• At 6:45 PM, Blogger Nancy said…

    Hi Cybele,

    My nephew is allergic to gluten. He just started college and my sister is worried about him because he is never interested in eating. He's really skinny. I guess he'd rather avoid eating than try to find things that are gluten-free. A doctor felt that he showed signs of mild Aspergers Syndrome. He's brilliant but has little common sense.

    I wouldn't doubt that there is a link between autism and food allergies. My sister is intolerant/allergic/sensitive to alot of foods (including gluten) and has profound mental retardation, Retts syndrome and autism.

    Studies are linking so many disorders these days.


  • At 7:03 PM, Blogger Nancy said…

    This comment has been removed by a blog administrator.

  • At 7:14 PM, Blogger Nancy said…


    I emailed an article to you from an organization that supports people in eliminating casein and gluten from the diets of autistic individuals.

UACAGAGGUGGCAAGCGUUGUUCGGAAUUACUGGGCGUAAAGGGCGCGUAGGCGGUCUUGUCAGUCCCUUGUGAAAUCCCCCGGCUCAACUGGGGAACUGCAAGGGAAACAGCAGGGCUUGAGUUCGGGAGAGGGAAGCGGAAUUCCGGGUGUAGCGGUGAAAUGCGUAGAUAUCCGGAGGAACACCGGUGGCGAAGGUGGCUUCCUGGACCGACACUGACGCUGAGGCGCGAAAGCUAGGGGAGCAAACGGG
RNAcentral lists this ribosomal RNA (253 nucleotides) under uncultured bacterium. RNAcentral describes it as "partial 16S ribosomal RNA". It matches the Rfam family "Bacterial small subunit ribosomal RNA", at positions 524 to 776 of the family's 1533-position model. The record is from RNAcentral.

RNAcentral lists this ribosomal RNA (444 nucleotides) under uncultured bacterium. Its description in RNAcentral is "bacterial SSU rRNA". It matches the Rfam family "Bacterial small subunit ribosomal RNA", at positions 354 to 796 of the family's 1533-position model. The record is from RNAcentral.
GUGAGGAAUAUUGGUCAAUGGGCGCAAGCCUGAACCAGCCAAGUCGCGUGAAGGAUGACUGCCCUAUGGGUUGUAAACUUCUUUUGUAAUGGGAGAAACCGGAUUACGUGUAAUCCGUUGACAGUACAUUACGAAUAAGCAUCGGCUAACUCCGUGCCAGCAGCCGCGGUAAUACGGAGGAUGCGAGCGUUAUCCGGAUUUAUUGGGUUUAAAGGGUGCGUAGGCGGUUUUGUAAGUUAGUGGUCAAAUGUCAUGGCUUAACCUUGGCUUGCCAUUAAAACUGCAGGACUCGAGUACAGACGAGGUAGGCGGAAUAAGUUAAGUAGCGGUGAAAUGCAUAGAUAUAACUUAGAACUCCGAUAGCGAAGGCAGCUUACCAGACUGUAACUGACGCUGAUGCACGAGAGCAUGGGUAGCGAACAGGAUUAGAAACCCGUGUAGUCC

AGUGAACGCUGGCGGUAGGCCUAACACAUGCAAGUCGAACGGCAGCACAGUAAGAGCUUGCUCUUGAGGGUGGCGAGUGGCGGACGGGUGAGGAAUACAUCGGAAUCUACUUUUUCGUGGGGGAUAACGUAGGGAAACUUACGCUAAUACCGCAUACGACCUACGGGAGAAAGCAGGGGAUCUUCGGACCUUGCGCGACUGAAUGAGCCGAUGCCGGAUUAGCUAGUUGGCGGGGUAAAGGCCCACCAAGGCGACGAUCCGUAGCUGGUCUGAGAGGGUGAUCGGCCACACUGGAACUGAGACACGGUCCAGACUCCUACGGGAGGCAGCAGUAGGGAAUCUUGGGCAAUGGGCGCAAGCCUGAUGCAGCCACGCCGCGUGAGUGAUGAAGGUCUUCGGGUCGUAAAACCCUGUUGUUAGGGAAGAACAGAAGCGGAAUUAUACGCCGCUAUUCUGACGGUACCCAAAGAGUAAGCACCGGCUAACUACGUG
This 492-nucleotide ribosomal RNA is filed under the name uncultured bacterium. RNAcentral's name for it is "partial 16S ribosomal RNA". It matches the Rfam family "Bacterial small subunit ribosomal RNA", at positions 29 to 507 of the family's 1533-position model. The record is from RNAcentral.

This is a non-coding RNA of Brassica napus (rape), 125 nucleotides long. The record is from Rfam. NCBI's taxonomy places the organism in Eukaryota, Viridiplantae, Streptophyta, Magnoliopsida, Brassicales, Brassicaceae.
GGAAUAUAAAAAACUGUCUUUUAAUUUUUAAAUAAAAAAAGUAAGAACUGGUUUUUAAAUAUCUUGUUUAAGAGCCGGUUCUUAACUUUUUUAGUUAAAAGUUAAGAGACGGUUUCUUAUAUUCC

'hope it helps :)


  • At 6:13 PM, Anonymous Anonymous said…

    My son has life threatening food allergies to many things, including wheat, oats, rye, and barley. I was really excited to buy your new cookbook but then dissappointed to see many of the recipes use spelt, oat, or barley. What flour substitutes have you had success with? I have often baked with rice flour, potato starch, tapioca flour, and a tiny amount of xantham gum. I am not always happy with the results. Also, if you have any suggestions for a decent cupcake or cake without gluten, dairy, soy, eggs, peanuts, tree nuts, chocolate, flax or seeds... please tell me. My four year old would be so grateful.

  • At 12:01 PM, Blogger Cybele Pascal said…

    Dear anonymous: